Posts Tagged iMessage

Apple’s iMessage is great. Sending messages without using up text plan messages or over wifi? Brilliant! Plus, typing out messages on the iPad or from a Mac is so much better. But there’s plenty of little settings that can modify your experience, or make it difficult if you ever switch phones. Here’s our guide to helping clear up how to use iMessage.

From your device, to enable or disable iMessage, go to Settings -> Messages. The very first switch will allow you to disable iMessage if you’d rather not deal with it altogether.

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Send Read Receipts will send a mark that a message was read to your conversation partners after you read a new message. Don’t want others to know? Turn this off.

Send as SMS will allow you to send messages as standard messages over cellular if data is not available. This way you can seamlessly transition between iMessage and SMS without a beat. If a message fails to send over iMessage, tap and hold on it in the Messages app. That will pull up an option to resend it as a Text Message.

Now, it’s possible to send and receive iMessages from not just your phone number but your email address as well. To add a new email address, go to the Send & Receive section. Tap Add Another Email… and then type in the email address you want to add. Open the email in your account to confirm the email. A notification will be sent when it is added.

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If you want to customize which address your iMessages are sent from, choose the phone number or email address from the Start new conversations from: section. Now, when you send a new message, your message will be identified as the email or phone number that you’ve chosen. If you’ve just switched phone numbers, this can prevent confusion.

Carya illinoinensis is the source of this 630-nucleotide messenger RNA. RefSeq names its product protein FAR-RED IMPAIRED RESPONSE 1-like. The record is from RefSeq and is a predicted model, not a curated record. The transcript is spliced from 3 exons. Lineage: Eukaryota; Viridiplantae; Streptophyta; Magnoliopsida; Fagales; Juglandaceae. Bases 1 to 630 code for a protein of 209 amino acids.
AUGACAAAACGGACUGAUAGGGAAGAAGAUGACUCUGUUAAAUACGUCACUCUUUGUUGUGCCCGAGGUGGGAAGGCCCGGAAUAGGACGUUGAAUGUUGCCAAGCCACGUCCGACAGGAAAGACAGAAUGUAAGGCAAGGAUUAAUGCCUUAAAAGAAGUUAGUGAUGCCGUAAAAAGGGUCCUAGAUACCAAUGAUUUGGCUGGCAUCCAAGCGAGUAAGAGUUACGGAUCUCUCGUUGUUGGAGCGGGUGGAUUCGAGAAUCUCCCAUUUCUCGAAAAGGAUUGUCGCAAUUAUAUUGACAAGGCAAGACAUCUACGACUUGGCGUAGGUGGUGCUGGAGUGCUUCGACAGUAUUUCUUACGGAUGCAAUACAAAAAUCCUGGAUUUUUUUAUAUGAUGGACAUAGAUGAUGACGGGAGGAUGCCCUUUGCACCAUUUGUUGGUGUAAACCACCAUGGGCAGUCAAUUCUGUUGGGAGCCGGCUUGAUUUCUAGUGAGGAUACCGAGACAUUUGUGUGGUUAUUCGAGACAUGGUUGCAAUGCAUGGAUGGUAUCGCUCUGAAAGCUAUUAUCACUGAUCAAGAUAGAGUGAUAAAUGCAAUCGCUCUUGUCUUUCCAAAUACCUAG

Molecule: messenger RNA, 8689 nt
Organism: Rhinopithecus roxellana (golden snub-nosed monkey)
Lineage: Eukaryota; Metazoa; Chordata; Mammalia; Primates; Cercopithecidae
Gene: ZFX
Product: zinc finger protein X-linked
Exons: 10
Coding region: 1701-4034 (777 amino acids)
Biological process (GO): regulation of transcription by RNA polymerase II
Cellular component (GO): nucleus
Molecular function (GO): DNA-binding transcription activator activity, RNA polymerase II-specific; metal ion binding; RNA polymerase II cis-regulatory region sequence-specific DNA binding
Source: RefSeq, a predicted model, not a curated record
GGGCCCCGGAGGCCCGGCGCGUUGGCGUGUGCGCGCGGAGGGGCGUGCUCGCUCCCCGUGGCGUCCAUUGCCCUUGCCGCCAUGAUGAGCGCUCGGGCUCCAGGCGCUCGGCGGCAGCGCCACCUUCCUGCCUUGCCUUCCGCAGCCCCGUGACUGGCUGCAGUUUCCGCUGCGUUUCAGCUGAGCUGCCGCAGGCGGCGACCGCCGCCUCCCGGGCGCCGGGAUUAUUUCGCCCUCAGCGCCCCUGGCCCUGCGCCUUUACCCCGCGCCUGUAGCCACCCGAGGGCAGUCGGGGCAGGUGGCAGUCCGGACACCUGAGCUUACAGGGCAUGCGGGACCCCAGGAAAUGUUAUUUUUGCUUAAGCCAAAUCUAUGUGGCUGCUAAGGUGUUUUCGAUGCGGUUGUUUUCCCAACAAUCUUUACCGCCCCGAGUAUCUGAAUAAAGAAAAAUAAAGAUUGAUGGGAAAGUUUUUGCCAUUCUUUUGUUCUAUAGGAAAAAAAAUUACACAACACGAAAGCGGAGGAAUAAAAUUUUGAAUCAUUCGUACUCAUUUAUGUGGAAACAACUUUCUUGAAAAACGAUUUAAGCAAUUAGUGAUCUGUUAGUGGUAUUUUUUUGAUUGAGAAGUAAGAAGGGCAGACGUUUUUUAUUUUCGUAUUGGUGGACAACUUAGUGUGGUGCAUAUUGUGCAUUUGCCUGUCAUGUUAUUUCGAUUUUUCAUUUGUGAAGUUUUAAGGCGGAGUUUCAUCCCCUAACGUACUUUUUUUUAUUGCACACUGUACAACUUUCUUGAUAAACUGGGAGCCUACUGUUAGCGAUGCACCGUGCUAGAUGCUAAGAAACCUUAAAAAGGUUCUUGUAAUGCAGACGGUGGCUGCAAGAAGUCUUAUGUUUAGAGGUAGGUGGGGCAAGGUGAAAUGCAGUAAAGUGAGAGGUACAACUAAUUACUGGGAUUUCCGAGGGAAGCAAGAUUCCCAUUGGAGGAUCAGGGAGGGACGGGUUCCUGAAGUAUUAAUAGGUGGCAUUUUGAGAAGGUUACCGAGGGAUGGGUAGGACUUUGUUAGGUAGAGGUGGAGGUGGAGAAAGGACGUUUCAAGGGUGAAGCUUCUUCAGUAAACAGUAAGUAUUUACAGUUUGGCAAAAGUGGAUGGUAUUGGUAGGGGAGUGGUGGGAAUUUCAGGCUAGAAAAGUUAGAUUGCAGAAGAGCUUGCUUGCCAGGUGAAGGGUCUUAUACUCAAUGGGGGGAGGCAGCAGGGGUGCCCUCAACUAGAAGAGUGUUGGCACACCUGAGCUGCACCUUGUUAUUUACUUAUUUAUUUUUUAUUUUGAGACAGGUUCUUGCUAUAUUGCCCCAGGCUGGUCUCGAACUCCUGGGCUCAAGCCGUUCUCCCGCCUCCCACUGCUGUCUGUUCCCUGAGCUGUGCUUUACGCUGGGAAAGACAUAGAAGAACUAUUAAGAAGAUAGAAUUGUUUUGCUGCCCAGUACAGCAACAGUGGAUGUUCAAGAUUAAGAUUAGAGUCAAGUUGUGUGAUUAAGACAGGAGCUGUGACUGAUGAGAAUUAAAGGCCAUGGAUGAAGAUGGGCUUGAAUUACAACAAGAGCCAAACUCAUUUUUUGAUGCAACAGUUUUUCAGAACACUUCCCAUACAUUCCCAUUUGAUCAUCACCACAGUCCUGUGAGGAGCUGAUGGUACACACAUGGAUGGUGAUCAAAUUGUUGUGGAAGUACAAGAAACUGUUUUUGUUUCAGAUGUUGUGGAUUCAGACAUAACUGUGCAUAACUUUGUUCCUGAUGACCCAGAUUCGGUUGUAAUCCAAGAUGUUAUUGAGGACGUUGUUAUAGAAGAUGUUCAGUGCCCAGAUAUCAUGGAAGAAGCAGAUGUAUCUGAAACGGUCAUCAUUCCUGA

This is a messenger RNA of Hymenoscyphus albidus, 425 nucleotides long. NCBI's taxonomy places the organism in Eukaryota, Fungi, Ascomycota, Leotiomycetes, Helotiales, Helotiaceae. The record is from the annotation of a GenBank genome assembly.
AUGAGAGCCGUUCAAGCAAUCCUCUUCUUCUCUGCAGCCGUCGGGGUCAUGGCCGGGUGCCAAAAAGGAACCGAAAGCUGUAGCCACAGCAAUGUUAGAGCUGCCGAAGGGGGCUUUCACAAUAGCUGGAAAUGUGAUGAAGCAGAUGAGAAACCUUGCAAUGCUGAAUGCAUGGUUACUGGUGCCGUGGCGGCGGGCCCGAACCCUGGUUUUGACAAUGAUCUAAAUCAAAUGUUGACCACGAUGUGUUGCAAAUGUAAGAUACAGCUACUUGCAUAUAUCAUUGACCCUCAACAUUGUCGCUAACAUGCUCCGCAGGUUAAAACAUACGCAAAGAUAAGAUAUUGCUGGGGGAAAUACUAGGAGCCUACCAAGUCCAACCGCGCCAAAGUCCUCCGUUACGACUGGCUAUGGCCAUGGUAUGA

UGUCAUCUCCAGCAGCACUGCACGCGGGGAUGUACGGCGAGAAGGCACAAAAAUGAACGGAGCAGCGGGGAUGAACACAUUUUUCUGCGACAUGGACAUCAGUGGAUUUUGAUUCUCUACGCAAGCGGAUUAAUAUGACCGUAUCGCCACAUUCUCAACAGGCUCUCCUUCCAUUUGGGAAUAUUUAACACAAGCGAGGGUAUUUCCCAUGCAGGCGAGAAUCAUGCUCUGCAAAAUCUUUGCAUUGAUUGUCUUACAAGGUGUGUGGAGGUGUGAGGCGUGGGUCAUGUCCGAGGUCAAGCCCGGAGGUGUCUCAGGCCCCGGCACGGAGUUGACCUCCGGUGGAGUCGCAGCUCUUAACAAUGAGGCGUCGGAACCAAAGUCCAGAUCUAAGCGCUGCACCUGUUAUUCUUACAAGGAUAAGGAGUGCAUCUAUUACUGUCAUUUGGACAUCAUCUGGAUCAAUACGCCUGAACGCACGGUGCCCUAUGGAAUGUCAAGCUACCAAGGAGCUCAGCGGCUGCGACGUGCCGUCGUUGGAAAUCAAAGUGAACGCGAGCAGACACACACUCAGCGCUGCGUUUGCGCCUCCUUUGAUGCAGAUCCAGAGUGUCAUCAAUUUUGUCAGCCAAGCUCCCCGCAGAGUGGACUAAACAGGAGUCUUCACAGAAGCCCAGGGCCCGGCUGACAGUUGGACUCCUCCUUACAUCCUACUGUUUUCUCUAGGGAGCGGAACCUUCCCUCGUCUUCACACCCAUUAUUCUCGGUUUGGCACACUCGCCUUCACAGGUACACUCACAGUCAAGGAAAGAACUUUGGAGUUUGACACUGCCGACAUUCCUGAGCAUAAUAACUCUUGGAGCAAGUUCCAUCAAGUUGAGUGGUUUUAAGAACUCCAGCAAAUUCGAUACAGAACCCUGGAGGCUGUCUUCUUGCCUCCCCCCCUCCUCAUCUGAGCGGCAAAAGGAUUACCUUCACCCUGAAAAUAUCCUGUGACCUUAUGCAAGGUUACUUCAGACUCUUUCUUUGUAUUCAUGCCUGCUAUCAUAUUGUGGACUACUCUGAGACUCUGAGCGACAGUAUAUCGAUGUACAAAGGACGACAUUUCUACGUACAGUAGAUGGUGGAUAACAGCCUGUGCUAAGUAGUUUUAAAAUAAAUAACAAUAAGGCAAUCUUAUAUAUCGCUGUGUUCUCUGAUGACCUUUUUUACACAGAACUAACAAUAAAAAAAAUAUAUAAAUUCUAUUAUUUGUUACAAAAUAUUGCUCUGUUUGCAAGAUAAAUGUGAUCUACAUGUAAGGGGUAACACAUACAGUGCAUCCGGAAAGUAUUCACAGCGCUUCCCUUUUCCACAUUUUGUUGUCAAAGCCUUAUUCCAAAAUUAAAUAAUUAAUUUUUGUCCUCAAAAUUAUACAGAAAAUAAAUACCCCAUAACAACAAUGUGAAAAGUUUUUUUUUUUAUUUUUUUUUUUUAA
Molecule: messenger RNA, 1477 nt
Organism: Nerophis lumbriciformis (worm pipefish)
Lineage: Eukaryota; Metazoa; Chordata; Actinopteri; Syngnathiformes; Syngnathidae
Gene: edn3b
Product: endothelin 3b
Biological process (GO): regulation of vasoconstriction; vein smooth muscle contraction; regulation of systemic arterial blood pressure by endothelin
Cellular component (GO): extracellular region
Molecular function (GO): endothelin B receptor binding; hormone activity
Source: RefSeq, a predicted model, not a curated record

If you have an iPad, you can set your messages to be sent from your phone number once it is added from an iPad.

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Now, let’s say that you switch over to an Android, and you want to make sure that when iPhone users send you a message, it is sent as a text message and not as an iMessage that you wouldn’t get on your phone. The easiest way to handle this is to go to Apple’s My Support Profile page and delete your old device. Open your device’s page and Unregister the device. You can also reset the password of your Apple ID account from the web which should cause iMessage to log out on your old device, not allowing it to be used for your old phone number any more.

Of course, you’d never leave the iPhone, would you? Right? Don’t tell anyone, but I won’t judge you.

The Verge reported on how losing iMessage could mean losing your friends, after an article by The Huffington Post shared how life for a 14-year old girl, Casey Schwartz, revolved around the use of her iPhone. Though, I must ask, who’s life doesn’t revolve around their iPhone?

The article shares how a friend of Casey’s was cut out of the inner circle because she had yet to upgrade to an iPhone. Casey said it wasn’t because she didn’t like her, only that she couldn’t stay connected to her like she could with her other friends by using apps such as iMessage.

I think this pretty clearly shows that if you buy an iPhone, you get to hang out with the popular kids. Well, maybe not, though it will certainly keep you connected.

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via: The Huffington Post source: The Verge

Why should we ever have to look up the number for our favorite contacts ever again? We shouldn’t ever have to, and thanks to the Favorites list and to some clever trickery with home screen shortcuts, it’s possible to never have to memorize a phone number ever again!

The way to access Favorites is through the Phone app on iPhone, or FaceTime app on iPad or iPod touch.even if trying to FaceTime them. So open up the Phone app or FaceTime app and go to the Favorites tab.

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Tap the + icon in the upper right corner. Your contact list should now be displayed. Tap on a contact to access their page. Now tap on the phone number or email address you want to add to Favorites.